Questions were raised about the status of Jaish-e-Mohammad chief Masood Azhar after he was picked up by security forces following Pathankot attack at the beginning of the year. Official reports claimed that authorities were cracking down on the militant group without favour as per its international obligations. However this was quickly cast into doubt when Punjab Law Minister Rana Sanaullah clarified that Azhar was not arrested but being held in ‘protective custody’, a term usually used when the state is protecting someone who faces threats.
Questions about the authenticity of the state’s efforts against ‘good’ militants have returned following reports that Pakistan has refused a request by Indian authorities to join their Pakistani counterparts in questioning the militant leader.
India wanted to send investigators to interrogate Masood Azhar and his brother but Pakistan “politely refused” it, a senior official said.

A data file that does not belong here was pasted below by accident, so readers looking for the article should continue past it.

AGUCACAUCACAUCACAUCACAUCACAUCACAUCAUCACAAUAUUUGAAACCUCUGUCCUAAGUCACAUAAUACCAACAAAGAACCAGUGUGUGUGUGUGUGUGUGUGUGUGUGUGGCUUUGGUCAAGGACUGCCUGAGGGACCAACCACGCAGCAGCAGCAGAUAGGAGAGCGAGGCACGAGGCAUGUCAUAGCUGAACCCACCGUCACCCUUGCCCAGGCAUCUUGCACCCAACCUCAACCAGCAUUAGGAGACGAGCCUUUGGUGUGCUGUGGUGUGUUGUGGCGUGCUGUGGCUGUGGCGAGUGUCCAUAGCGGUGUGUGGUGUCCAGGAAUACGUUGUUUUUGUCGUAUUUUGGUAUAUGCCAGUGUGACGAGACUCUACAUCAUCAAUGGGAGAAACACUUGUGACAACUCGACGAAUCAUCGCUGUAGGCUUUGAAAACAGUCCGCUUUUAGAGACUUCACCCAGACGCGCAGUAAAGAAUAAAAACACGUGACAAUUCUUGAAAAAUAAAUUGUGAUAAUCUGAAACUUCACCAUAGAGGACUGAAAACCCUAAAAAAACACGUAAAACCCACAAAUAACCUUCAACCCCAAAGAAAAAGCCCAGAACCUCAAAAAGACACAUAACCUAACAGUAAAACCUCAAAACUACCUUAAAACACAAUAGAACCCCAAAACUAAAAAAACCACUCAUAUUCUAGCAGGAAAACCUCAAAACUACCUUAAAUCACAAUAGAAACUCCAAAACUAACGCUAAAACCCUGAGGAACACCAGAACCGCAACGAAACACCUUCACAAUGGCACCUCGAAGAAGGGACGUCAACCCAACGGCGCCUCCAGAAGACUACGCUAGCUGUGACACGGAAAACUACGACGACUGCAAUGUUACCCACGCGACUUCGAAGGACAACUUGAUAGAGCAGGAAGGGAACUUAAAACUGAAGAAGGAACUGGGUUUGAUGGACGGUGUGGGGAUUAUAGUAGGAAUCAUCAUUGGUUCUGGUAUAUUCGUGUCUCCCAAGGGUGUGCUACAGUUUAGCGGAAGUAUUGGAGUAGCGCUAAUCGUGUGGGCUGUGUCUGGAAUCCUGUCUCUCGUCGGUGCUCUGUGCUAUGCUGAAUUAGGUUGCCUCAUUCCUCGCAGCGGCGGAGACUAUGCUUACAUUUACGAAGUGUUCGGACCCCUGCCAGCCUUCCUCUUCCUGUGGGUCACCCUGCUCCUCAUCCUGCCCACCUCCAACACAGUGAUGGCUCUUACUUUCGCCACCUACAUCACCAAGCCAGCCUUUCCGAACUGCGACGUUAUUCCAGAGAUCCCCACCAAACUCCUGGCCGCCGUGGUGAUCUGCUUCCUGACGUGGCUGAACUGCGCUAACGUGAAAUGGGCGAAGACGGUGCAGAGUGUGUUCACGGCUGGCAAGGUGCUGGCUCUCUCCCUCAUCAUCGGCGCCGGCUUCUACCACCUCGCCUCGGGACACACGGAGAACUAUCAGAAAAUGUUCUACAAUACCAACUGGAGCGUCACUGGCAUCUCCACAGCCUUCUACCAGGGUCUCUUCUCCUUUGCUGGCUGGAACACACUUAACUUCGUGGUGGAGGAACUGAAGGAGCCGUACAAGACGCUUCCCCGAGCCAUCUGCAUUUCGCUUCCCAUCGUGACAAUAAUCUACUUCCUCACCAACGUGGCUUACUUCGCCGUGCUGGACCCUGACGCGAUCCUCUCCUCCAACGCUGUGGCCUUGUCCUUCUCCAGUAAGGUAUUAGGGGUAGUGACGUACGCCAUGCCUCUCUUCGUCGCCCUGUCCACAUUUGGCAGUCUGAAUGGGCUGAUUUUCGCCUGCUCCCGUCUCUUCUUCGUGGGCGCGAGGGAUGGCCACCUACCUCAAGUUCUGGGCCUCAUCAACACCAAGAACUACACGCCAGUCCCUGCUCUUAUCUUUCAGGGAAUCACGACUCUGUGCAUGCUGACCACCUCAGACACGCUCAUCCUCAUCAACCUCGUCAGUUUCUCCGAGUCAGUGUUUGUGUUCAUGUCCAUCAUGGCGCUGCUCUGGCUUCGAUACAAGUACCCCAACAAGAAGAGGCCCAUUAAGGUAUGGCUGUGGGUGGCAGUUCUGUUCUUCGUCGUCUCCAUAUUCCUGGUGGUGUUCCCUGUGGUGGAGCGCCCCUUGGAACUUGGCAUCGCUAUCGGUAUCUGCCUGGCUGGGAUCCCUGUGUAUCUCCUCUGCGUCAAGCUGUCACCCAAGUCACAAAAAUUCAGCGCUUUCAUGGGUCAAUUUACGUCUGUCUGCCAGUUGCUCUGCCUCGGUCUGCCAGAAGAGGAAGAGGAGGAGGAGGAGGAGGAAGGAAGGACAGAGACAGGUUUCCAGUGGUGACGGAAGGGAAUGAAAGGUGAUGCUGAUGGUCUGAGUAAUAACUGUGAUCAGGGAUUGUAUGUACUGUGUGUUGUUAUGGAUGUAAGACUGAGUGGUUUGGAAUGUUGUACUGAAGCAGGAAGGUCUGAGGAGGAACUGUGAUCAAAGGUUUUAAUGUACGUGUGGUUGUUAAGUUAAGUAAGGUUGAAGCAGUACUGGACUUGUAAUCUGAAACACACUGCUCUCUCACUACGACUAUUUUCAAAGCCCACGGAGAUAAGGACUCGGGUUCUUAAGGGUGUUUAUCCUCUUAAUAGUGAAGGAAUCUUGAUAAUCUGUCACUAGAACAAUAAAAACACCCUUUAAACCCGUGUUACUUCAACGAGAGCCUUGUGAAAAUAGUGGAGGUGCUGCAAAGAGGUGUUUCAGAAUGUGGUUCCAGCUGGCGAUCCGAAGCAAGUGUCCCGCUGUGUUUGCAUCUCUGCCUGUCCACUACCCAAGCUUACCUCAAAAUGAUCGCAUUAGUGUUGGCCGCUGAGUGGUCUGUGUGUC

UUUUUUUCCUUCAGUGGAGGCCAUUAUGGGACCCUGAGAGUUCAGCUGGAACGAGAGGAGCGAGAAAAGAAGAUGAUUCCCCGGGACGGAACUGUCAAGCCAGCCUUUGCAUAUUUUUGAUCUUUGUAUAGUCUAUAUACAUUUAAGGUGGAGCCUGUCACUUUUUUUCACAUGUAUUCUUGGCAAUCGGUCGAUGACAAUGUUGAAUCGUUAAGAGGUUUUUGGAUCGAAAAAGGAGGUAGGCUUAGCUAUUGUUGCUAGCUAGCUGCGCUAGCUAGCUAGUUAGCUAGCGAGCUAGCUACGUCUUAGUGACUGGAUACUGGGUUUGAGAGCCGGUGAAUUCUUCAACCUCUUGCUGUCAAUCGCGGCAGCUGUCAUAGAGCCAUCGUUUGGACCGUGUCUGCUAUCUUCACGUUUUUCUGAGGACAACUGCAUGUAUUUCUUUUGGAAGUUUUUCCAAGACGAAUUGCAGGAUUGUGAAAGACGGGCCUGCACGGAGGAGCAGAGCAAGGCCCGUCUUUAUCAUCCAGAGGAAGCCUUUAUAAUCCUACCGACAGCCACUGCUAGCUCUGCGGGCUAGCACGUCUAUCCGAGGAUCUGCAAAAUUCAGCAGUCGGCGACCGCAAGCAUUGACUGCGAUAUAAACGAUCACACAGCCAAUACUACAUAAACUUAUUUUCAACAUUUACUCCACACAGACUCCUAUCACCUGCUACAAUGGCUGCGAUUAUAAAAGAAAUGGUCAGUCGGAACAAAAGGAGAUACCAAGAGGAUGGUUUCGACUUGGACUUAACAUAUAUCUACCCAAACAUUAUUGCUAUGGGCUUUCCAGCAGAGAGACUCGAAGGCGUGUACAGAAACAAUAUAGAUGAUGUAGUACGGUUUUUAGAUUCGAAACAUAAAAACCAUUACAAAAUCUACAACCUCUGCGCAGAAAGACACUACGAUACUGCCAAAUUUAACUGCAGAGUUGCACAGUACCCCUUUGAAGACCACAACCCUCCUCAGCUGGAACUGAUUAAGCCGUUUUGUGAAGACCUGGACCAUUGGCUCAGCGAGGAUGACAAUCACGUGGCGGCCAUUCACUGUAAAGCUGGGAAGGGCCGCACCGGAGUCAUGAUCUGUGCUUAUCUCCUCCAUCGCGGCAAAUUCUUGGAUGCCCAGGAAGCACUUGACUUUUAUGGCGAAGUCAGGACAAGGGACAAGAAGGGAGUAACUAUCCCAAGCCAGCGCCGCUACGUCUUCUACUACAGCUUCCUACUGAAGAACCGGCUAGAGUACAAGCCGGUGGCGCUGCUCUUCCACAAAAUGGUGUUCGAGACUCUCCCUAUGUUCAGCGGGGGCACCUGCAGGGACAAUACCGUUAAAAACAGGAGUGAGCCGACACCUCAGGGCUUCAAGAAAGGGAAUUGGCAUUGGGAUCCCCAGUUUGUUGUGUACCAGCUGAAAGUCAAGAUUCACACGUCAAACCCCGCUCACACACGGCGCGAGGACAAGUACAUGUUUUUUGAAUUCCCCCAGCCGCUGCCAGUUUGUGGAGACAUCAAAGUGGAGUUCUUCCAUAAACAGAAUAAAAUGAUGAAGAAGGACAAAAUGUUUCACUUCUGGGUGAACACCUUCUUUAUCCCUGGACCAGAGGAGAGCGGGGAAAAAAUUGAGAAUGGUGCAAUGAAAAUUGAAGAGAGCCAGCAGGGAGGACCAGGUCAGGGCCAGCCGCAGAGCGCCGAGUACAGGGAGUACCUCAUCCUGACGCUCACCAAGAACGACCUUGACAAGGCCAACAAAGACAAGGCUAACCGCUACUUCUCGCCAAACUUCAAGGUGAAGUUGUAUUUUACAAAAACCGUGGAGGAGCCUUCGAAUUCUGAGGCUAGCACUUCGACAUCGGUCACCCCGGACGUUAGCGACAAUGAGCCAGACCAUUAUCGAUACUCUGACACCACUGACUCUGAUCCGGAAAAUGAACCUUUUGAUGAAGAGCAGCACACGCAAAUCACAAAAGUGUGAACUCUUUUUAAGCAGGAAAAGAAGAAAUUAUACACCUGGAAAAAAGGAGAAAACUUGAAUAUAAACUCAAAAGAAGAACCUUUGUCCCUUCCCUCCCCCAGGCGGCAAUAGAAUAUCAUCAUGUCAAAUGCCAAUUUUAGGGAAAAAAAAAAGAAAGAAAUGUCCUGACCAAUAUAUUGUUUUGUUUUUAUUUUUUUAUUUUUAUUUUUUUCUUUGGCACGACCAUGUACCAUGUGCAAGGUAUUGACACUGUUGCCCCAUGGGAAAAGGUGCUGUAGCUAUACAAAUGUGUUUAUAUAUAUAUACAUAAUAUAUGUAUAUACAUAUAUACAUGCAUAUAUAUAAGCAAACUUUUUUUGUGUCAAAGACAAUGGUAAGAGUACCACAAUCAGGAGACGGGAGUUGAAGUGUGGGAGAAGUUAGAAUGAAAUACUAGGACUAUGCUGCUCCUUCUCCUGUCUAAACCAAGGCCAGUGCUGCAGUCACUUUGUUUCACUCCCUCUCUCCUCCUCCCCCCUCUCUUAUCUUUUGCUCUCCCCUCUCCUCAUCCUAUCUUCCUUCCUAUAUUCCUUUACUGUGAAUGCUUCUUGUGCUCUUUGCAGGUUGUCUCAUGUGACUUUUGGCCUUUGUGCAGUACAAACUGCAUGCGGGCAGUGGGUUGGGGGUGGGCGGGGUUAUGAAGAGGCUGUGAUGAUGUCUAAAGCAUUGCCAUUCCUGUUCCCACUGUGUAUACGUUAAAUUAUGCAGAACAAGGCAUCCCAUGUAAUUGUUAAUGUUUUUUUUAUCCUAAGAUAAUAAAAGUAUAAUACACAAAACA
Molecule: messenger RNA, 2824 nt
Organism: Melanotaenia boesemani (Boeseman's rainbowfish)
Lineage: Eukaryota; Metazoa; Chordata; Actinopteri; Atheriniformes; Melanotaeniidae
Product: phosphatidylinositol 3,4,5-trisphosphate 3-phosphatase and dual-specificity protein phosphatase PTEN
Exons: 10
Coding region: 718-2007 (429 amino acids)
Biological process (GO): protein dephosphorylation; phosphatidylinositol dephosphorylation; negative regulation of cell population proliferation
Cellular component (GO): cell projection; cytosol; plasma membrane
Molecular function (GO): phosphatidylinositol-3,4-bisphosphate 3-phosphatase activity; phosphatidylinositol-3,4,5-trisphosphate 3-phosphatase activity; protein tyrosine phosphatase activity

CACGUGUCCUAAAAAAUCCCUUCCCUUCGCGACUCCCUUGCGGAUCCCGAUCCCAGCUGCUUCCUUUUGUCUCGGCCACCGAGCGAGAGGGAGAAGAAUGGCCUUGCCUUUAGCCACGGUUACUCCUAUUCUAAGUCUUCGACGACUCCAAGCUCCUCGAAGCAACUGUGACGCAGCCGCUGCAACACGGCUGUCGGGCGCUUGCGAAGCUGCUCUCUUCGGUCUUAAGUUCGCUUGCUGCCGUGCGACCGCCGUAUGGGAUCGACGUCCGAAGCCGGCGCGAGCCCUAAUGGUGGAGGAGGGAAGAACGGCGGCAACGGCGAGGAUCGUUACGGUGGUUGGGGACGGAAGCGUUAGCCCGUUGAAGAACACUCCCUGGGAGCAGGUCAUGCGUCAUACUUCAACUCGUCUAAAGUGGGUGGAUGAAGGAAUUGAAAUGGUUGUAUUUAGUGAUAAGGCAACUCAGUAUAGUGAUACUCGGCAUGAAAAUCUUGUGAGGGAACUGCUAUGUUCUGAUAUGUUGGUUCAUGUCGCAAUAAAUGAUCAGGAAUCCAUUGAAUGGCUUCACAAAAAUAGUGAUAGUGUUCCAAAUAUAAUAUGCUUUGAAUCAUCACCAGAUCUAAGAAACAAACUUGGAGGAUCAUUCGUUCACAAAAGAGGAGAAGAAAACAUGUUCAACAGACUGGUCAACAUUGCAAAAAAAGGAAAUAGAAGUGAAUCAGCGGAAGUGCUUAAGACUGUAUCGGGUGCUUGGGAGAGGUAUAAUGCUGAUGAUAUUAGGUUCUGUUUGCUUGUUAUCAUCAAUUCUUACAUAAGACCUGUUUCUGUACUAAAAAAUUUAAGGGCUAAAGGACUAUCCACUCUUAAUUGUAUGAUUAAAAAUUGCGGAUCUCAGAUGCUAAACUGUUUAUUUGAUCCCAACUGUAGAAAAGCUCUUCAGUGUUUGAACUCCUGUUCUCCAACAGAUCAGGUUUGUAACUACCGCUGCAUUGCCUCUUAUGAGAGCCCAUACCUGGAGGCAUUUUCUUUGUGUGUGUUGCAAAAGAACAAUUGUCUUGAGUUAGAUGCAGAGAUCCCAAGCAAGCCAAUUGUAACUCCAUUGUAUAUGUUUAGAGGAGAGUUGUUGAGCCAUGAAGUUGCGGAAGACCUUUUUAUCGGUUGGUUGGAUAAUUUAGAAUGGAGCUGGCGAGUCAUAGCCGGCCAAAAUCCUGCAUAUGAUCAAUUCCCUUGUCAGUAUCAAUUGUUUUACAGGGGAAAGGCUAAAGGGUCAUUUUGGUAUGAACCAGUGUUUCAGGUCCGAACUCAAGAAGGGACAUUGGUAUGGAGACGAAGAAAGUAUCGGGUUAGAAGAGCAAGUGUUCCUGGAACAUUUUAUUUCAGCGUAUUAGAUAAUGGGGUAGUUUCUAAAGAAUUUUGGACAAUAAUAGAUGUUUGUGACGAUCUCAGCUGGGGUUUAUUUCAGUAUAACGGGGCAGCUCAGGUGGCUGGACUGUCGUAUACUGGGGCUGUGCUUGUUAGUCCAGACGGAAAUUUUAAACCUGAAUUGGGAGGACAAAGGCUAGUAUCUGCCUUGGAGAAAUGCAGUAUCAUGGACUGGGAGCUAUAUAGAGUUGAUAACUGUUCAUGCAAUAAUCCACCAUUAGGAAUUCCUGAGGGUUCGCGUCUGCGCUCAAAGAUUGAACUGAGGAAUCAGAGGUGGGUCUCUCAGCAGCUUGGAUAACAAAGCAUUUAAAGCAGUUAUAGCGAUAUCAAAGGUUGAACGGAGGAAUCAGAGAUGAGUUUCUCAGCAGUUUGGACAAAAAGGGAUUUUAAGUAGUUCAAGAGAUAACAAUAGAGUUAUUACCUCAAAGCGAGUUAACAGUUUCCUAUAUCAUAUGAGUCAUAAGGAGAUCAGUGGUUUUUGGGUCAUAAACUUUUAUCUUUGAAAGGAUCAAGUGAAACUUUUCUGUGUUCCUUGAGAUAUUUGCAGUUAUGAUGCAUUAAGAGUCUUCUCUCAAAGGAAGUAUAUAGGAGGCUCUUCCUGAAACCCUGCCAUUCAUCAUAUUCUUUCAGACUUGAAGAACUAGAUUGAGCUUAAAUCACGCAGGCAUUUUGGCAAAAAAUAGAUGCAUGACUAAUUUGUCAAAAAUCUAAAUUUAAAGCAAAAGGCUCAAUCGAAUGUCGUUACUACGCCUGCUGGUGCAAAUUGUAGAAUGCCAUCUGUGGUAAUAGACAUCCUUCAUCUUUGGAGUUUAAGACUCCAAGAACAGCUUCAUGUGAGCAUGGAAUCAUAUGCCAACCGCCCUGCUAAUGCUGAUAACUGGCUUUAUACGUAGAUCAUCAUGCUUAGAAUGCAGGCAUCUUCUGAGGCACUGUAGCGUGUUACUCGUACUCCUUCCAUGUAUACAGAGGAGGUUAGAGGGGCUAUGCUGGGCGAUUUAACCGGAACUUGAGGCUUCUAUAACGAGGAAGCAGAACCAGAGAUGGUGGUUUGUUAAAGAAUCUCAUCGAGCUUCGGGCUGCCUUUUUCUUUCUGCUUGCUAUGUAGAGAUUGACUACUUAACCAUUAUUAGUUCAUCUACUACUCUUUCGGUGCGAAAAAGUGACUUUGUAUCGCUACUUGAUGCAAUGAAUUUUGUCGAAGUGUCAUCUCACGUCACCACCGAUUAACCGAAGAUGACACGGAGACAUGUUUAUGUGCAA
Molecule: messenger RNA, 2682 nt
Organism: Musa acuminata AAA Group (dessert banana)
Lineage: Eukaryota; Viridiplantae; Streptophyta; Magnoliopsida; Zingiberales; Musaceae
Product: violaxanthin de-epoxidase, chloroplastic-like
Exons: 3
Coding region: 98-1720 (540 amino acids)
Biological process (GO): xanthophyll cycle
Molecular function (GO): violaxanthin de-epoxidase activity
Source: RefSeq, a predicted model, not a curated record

Pakistan assured India that Islamabad was seriously investigating the case and will not hesitate to act if anyone was found guilty, the official said.
“India wants us to hand over Masood Azhar and Hafiz Saeed and as we have declined a number of times, they want us to at least give access to the investigators to interrogate them. We have told them it was not possible,” he added.
The refusal to allow Indian investigators to question Masood Azhar confirms for many the belief that his custody is more ‘protective’ that officials are admitting. This belief is also supported by the decision of the Pakistani official to mention Hafiz Saeed who is not even under investigation for Pathankot attack.
India has not asked for Masood Azhar to be handed over. Only they asked for their investigators to join Pakistani investigators in questioning the suspected mastermind. Pakistan’s refusal to cooperate with this request raises questions about whether the state is honestly interested in finding proof against certain elements, or whether they are actually interested in ‘protecting’ them.